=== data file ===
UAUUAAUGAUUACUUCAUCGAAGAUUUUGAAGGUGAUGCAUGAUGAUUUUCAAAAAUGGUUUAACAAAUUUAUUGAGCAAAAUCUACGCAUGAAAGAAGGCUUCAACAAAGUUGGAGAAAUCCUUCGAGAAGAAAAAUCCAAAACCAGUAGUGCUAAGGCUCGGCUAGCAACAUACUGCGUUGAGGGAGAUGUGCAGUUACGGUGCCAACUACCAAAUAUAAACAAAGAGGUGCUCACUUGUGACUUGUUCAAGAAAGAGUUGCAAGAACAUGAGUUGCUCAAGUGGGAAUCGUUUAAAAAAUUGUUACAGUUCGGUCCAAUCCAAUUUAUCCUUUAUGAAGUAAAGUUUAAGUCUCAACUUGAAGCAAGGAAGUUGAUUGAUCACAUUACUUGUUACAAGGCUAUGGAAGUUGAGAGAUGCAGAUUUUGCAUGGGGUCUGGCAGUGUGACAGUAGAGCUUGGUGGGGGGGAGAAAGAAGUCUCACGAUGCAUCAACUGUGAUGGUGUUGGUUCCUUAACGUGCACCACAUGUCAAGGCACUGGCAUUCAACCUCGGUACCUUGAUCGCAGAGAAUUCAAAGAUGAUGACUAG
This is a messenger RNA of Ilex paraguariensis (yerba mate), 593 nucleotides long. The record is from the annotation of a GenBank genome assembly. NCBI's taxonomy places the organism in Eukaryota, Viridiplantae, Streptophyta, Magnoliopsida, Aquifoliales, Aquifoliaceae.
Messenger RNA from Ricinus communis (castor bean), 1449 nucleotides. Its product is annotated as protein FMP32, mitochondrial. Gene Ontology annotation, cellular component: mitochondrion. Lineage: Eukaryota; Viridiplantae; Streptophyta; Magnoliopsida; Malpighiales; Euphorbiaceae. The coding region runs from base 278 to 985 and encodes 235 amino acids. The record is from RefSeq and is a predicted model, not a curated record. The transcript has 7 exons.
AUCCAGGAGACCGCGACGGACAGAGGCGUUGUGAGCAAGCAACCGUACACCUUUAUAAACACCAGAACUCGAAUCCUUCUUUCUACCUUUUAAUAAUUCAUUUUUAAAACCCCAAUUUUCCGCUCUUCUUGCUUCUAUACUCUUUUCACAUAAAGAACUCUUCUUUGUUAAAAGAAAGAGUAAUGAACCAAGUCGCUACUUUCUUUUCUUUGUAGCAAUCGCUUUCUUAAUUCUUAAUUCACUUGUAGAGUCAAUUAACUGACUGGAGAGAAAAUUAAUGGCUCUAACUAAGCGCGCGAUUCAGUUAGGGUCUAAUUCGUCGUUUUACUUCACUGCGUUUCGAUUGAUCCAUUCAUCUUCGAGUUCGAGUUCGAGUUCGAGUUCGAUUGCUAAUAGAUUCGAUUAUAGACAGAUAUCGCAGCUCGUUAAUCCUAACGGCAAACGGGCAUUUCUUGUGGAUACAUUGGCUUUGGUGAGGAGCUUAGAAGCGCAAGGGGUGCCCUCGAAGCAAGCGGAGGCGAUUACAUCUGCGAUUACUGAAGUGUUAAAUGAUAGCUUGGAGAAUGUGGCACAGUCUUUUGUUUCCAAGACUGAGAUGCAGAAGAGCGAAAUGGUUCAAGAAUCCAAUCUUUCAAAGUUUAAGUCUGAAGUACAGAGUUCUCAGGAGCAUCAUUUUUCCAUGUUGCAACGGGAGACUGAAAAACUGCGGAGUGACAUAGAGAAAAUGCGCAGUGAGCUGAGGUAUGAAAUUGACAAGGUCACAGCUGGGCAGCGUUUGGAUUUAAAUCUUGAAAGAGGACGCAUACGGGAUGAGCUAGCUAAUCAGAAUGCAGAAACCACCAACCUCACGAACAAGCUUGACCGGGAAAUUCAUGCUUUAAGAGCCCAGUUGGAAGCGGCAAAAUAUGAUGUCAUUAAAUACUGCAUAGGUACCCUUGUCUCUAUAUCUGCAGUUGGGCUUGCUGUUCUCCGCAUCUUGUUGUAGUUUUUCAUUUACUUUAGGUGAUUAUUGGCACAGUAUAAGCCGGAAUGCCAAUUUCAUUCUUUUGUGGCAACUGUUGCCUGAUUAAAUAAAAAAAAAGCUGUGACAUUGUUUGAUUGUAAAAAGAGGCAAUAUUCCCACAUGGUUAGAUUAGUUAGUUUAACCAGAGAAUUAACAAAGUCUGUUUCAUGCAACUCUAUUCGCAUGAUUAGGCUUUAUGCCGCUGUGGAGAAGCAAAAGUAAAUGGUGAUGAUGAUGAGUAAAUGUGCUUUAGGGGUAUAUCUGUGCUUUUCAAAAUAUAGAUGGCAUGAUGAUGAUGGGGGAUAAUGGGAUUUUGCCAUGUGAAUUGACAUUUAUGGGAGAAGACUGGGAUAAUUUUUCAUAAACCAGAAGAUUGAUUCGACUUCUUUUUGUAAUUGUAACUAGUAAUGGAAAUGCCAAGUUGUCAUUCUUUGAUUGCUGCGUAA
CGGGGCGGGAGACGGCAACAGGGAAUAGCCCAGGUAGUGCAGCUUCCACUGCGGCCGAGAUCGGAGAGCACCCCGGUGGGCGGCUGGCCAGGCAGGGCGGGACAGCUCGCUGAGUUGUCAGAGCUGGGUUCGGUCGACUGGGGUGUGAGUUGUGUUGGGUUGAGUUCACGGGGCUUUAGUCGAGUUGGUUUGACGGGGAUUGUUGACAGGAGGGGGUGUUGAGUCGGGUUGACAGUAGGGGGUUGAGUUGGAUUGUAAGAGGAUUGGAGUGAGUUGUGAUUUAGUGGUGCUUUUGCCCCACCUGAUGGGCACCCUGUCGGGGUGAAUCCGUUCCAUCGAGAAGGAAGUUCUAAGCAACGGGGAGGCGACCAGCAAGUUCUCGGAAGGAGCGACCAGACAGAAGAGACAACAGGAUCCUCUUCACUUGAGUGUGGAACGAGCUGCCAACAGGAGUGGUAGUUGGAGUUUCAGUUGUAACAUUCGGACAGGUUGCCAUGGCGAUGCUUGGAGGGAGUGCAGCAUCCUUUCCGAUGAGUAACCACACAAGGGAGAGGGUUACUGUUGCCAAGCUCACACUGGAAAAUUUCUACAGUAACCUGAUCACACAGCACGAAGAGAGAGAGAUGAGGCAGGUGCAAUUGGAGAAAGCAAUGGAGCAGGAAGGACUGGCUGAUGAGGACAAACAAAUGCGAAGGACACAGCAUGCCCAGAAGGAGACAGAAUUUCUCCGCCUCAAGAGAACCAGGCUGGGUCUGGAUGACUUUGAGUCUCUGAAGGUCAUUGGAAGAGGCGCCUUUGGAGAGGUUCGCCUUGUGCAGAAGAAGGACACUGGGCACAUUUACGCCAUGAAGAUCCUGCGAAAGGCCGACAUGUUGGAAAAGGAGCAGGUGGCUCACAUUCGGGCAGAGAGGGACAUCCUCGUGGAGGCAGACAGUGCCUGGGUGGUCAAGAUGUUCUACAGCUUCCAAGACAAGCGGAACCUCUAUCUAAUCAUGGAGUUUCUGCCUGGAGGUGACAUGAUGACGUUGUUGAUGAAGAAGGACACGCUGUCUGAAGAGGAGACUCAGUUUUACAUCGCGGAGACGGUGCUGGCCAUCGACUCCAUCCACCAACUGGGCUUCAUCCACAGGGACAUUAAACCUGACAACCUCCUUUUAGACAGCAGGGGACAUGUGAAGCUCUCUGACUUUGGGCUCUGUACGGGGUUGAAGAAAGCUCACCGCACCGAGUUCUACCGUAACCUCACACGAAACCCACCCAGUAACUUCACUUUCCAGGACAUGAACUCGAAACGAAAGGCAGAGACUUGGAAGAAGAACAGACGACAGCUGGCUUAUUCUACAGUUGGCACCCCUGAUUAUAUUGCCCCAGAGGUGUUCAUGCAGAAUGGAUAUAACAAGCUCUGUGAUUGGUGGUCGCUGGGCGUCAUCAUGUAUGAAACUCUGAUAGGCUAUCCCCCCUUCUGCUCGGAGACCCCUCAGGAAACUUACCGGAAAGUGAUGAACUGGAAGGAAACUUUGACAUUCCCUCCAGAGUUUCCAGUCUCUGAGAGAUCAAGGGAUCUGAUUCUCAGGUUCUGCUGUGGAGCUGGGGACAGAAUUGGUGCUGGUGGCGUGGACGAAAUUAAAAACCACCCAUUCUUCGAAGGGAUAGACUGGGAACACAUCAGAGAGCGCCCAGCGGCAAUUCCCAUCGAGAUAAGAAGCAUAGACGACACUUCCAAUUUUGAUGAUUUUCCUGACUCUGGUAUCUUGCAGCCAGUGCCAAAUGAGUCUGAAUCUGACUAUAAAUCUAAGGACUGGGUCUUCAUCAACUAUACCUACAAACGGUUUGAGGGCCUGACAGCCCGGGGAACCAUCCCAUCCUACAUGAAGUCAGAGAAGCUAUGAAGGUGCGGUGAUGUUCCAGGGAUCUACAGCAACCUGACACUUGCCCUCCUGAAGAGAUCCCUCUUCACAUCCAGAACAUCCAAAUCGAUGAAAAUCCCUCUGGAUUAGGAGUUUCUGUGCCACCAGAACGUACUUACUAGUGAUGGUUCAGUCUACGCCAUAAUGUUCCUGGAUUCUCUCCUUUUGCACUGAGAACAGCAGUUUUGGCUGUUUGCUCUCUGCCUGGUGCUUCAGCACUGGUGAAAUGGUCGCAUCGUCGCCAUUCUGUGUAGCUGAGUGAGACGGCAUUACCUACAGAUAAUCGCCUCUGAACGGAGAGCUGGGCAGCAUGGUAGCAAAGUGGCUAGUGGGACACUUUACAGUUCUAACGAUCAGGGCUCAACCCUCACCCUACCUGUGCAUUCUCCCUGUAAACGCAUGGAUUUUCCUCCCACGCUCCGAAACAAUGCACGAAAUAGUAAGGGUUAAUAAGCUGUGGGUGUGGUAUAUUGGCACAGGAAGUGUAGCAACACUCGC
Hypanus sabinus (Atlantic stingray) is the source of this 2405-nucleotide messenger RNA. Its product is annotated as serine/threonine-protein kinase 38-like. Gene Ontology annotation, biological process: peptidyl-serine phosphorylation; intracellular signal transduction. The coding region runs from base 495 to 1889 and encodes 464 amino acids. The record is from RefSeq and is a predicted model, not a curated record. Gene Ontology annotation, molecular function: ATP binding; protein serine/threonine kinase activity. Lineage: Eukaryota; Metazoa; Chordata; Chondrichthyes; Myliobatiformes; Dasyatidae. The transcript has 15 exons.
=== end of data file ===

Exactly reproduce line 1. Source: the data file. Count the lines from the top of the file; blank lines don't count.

UAUUAAUGAUUACUUCAUCGAAGAUUUUGAAGGUGAUGCAUGAUGAUUUUCAAAAAUGGUUUAACAAAUUUAUUGAGCAAAAUCUACGCAUGAAAGAAGGCUUCAACAAAGUUGGAGAAAUCCUUCGAGAAGAAAAAUCCAAAACCAGUAGUGCUAAGGCUCGGCUAGCAACAUACUGCGUUGAGGGAGAUGUGCAGUUACGGUGCCAACUACCAAAUAUAAACAAAGAGGUGCUCACUUGUGACUUGUUCAAGAAAGAGUUGCAAGAACAUGAGUUGCUCAAGUGGGAAUCGUUUAAAAAAUUGUUACAGUUCGGUCCAAUCCAAUUUAUCCUUUAUGAAGUAAAGUUUAAGUCUCAACUUGAAGCAAGGAAGUUGAUUGAUCACAUUACUUGUUACAAGGCUAUGGAAGUUGAGAGAUGCAGAUUUUGCAUGGGGUCUGGCAGUGUGACAGUAGAGCUUGGUGGGGGGGAGAAAGAAGUCUCACGAUGCAUCAACUGUGAUGGUGUUGGUUCCUUAACGUGCACCACAUGUCAAGGCACUGGCAUUCAACCUCGGUACCUUGAUCGCAGAGAAUUCAAAGAUGAUGACUAG